Calculating voltage within and outside of a solid sphere

  • #1
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Homework Statement


A solid sphere with radius R=12 m has charge Q=3 nC distributed uniformly throughout its volume.
(a) Calculate the potential difference between a location at infinity and a location on the sphere’s surface.
(b) Calculate the potential difference between a location on the sphere’s surface and the location at the sphere’s centre.

Homework Equations


V= ∫ E.R (both vectors)

V= kq1q2/r

The Attempt at a Solution



I'm struggling with understanding this unit in general (first year physics- teacher in high school did not teach electricity) so if I could get some help with this question, it might make the unit in general much clearer for me.

This is what I think:

For part A, I'm integrating between the surface of the sphere and infinity - the force at a distance of infinity is negligible so I'm going to assume 0 for it (prof says it's okay to do so).

so if I'm integrating between infinity and the surface, my integral's upper limit would be ∞ and the lower limit would be R (radius of the sphere).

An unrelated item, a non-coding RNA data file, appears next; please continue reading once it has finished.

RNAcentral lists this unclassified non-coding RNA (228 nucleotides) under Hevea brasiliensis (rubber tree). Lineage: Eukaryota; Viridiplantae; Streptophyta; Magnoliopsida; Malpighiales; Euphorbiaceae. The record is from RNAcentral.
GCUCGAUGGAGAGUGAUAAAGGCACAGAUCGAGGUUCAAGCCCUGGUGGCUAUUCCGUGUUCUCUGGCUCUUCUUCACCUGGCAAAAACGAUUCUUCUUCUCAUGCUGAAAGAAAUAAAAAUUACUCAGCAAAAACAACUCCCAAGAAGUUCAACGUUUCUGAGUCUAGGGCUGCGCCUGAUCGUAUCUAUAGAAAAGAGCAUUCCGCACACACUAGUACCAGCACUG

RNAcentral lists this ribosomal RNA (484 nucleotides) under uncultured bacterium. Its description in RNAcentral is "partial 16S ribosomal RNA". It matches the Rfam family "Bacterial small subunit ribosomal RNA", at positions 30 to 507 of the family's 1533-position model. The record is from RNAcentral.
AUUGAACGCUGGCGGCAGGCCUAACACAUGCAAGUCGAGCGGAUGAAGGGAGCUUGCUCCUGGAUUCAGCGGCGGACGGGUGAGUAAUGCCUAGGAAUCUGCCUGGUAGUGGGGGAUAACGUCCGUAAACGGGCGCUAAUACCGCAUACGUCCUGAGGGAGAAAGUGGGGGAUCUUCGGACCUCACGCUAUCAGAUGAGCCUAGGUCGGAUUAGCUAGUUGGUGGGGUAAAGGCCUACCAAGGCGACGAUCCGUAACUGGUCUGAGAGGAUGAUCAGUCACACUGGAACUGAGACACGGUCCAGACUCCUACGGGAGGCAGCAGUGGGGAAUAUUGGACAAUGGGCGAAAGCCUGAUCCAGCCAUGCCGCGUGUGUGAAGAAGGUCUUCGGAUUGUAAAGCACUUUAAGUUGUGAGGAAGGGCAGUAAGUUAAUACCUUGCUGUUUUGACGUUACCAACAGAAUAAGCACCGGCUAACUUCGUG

Since Q is distributed evenly around the volume, I would divide Q by the volume at R; so

R∫k3Q/4πR3? I'm not sure if this is right or let alone whether i'm on the right track.

As for Part B, I would do the same thing but between R and r? Volume would be a factor as the gaussian spheres inside the sphere would have a different amount of charge depending on their volume (as the radius increases) ??
 

Answers and Replies

  • #2
haruspex
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Since Q is distributed evenly around the volume, I would divide Q by the volume at R; so

R∫k3Q/4πR3?
You need to understand what you are effectively calculating there.
Dividing by the volume gives the charge density inside the sphere. This is a constant. Your integral is undefined because you have not specified the variable of integration (the "dx"). It cannot be R because R is a constant.
Anyway, there does not seem to be any value in integrating the charge density within the sphere over a range outside it.

What do you know about the field outside a uniformly charged spherical shell?
 

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